How To Handle Difficult Callers
January 1998, Support Management
There's a science to resolving tough customers' problems quickly! Make sure your CSRs take this crash course to deliver optimum service.
If there's a guiding principle by which your support center's call takers should live, it's this:
In fact, today, when customers call the support center for assistance, it may be more likely than ever that they're frustrated or angry. After all, they're calling because they're experiencing a loss of control. They've lost — or perceive they have lost — control over the technology they need to accomplish tasks vital to their business functions. And in the midst of these feelings of helplessness, what do they encounter? Often, another technology that greets them with a voice or keypad response menu, and routes them through a myriad of (often confusing) options. If these customers ever reach a live representative, there is little doubt what kind of behavior they will exhibit. To better understand this phenomenon, just think back to the last time you called your utility company, phone company or cable television provider. When you were the customer, what turned you into a difficult caller? If you think that being placed on hold and forced to listen to Muzak is your only pet peeve, take our self-test — you may be surprised at just how many different forms of aggravation you have been routinely subjected to, when you tried to get help.
Of course, in addition to that extensive list of annoyances, there are other reasons why customers are difficult: previous (negative) experiences with customer service, personality traits, the politics of position, miscommunications and misunderstood expectations, hunger, loneliness, fatigue, pressures, peer pressures, family pressures, physical and mental hardships, resistance to change, fear of the unknown, and the beat goes on. The length of this list suggests that you may never learn why your support center's customers are so difficult, but that doesn't mean that your customer service reps can't successfully handle them (see CSR tips for some helpful hints). It's important to remember, however, that the complexity of the aforementioned list suggests it is folly to try to change your customers' personalities; people form their major personality traits in the first five years of life. It took five years of family life (not to mention a genetic map) to turn these people into Power Players, Know-It-Alls, Chat-A-Lots, Tinkerers, Accusers, Non-Communicators, Non-Listeners, Irate Customers and even Abusive Customers. What's more, because these individuals are calling with problems, your CSRs will no doubt witness some of their strongest defense mechanisms and most extreme personality traits. One telephone conversation or a face-to-face meeting, will not change this.
With these types of customers, your CSRs must remember — and cling to! — the guiding principle for handling difficult callers: manage the moment, solve the problem with great service, and move on to the next call. If they manage the moment well, they may experience a decided change in customer behavior during the initial interaction (see Response and Risk for some pitfalls). With other customers, however, they'll see a change take place more gradually. With still others, unfortunately, they may never see a change. But success must be judged not by whether difficult customers adjust their behavior each time, but rather by how consistently your call-taking agents use these professional service techniques and how effectively they work over any period of time.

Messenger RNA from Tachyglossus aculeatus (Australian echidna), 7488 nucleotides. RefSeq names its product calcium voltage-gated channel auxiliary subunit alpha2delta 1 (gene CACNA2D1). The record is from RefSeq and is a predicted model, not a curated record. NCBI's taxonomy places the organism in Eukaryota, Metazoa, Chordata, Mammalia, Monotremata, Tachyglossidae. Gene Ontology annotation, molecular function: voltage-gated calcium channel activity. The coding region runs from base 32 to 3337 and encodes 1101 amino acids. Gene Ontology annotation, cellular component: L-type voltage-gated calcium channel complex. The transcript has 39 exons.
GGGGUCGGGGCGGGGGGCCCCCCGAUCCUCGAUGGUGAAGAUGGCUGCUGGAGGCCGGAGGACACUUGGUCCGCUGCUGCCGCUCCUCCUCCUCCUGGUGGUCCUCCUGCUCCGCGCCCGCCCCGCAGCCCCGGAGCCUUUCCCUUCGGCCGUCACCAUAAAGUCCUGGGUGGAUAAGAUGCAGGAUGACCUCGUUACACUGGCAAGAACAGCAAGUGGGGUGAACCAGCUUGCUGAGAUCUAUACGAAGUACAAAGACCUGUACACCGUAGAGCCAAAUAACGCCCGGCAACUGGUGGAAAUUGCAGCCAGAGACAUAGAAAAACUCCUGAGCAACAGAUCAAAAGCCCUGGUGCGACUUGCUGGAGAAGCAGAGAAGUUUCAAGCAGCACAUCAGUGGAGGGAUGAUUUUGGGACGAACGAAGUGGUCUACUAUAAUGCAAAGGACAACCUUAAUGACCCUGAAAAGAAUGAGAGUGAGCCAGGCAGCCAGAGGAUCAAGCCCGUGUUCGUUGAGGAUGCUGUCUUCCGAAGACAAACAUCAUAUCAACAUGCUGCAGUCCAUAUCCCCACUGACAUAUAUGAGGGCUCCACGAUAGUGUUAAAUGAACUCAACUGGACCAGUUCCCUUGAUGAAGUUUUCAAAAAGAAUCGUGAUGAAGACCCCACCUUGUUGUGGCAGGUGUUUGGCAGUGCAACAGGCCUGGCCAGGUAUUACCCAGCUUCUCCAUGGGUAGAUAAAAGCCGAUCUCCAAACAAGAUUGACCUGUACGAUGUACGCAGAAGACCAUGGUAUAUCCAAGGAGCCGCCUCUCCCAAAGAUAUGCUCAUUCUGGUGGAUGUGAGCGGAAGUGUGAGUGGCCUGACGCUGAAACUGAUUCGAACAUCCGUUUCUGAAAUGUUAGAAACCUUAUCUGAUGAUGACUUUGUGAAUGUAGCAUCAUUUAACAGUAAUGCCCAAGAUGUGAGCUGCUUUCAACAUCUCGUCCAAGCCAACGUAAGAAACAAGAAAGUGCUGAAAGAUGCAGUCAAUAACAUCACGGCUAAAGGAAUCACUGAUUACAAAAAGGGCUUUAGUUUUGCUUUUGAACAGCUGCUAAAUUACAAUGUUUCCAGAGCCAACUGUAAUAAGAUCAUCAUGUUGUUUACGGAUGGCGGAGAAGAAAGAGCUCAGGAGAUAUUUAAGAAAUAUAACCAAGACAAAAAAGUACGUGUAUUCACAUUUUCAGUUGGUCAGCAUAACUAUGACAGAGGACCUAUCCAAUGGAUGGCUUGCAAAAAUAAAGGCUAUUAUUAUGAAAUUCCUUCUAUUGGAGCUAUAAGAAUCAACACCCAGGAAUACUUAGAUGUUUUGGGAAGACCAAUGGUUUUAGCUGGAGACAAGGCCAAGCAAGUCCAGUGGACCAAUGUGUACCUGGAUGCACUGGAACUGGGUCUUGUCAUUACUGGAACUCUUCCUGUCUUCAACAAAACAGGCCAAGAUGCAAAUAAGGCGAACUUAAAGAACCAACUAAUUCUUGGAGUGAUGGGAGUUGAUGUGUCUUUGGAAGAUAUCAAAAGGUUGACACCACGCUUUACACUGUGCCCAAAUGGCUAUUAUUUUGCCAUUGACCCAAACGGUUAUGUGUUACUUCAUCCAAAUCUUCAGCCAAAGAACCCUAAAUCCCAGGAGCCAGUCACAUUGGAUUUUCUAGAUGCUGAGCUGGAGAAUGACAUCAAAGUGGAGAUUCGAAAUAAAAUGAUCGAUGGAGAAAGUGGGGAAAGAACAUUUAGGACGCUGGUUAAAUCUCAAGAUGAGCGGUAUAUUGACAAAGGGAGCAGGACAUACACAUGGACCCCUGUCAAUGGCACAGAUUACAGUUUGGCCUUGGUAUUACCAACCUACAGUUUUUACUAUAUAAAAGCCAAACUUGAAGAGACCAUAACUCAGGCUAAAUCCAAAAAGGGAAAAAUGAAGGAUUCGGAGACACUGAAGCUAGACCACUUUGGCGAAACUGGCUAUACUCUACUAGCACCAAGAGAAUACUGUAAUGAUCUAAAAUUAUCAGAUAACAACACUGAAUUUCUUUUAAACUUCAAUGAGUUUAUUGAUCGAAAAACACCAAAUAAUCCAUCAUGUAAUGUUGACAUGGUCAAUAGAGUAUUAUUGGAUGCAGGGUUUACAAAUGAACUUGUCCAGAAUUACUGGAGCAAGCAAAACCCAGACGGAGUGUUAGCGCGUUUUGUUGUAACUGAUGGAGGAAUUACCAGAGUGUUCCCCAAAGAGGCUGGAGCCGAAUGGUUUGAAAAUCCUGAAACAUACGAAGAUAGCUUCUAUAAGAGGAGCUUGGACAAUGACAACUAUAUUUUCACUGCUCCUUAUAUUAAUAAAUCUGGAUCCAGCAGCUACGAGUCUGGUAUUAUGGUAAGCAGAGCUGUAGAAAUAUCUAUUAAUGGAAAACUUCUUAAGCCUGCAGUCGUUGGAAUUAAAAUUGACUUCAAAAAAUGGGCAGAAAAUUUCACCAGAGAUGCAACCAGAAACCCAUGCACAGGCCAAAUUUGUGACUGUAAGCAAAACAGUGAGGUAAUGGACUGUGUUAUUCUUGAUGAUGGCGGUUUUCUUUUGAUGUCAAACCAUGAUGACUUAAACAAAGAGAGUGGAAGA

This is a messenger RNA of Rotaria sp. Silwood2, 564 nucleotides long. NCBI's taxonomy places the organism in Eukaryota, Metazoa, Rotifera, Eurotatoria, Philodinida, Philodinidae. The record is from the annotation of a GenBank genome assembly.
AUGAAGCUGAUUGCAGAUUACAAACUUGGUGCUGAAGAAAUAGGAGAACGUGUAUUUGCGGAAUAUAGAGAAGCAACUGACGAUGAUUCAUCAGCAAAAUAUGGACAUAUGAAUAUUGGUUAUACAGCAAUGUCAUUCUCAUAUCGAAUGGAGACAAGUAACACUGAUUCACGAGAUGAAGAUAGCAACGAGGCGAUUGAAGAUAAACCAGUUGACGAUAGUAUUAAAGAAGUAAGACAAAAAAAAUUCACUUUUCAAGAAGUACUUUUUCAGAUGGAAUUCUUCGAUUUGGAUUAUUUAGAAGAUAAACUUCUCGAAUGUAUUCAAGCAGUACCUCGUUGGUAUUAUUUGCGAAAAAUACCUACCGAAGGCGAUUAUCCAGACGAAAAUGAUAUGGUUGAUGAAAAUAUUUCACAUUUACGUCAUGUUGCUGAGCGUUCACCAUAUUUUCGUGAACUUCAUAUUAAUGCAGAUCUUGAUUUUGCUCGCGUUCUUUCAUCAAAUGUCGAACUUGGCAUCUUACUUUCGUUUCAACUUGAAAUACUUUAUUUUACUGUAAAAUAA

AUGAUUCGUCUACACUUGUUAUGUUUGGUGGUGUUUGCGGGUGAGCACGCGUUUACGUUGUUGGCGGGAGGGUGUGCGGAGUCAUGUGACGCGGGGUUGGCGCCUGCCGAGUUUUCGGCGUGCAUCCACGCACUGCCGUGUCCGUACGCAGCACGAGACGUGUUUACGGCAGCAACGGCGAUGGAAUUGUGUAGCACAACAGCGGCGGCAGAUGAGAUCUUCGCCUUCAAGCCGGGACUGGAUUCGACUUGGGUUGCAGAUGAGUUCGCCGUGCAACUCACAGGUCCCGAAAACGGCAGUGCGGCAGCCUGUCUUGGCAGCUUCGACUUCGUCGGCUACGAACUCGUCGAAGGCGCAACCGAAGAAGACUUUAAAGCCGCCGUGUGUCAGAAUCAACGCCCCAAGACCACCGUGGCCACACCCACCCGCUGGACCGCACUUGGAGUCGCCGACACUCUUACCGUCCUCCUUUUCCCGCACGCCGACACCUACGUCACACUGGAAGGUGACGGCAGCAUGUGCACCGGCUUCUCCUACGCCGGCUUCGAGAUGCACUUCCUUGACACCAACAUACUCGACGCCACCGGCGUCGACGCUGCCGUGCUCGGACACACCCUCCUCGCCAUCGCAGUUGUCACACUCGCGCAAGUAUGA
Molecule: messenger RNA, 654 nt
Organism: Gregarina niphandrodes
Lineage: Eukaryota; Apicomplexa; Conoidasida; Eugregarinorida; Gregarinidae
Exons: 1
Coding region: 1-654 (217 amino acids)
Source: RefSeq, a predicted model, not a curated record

Many support groups, help desks, and customer service centers, find that by using these techniques, actual talk times decline, while resolution rates increase.
But these techniques are not for the faint of heart. When I teach them to in-service classes, reactions vary from excitement to absolute resistance. The techniques require a solid understanding of the various personality "types" that usually present as "difficult callers." And mastering the techniques requires patience, presence of mind, and firmness. Some CSRs feel that these traits are contrary to their own personalities. But support centers that teach the "difficult caller" personality types and then institute the management techniques, attest to their success. So work with your support staffers to develop the techniques, and be persistent! One note: Since tone of voice matters, remember that you cannot really "hear" my voice as you read this article. So, if a particular technique does not "ring true" for you as you read it, try a different tone of voice; experiment. It may be that you are reading the words differently than you might hear them.
The Personality Types
· Power Players: They try to use position to get faster better service. Psychologically, they seek ego stroking. They use phrases like, "Do you know who I am?" A power player is stressful to a call-taker because he pits his ego against that of the agent.
To handle this personality type, the agent should develop and use his "sincere, important" voice. Instruct agents to practice this attitude in a mirror at home or with a person they care about. Then, when power players start up, agents should be able to reproduce that tone, to let power players know they are important This technique diffuses the ego for the moment, giving the agent time to unearth the problem to be solved and the deadline issues involved. To be successful in technology customer support, agents must master command of the "sincere, important" voice.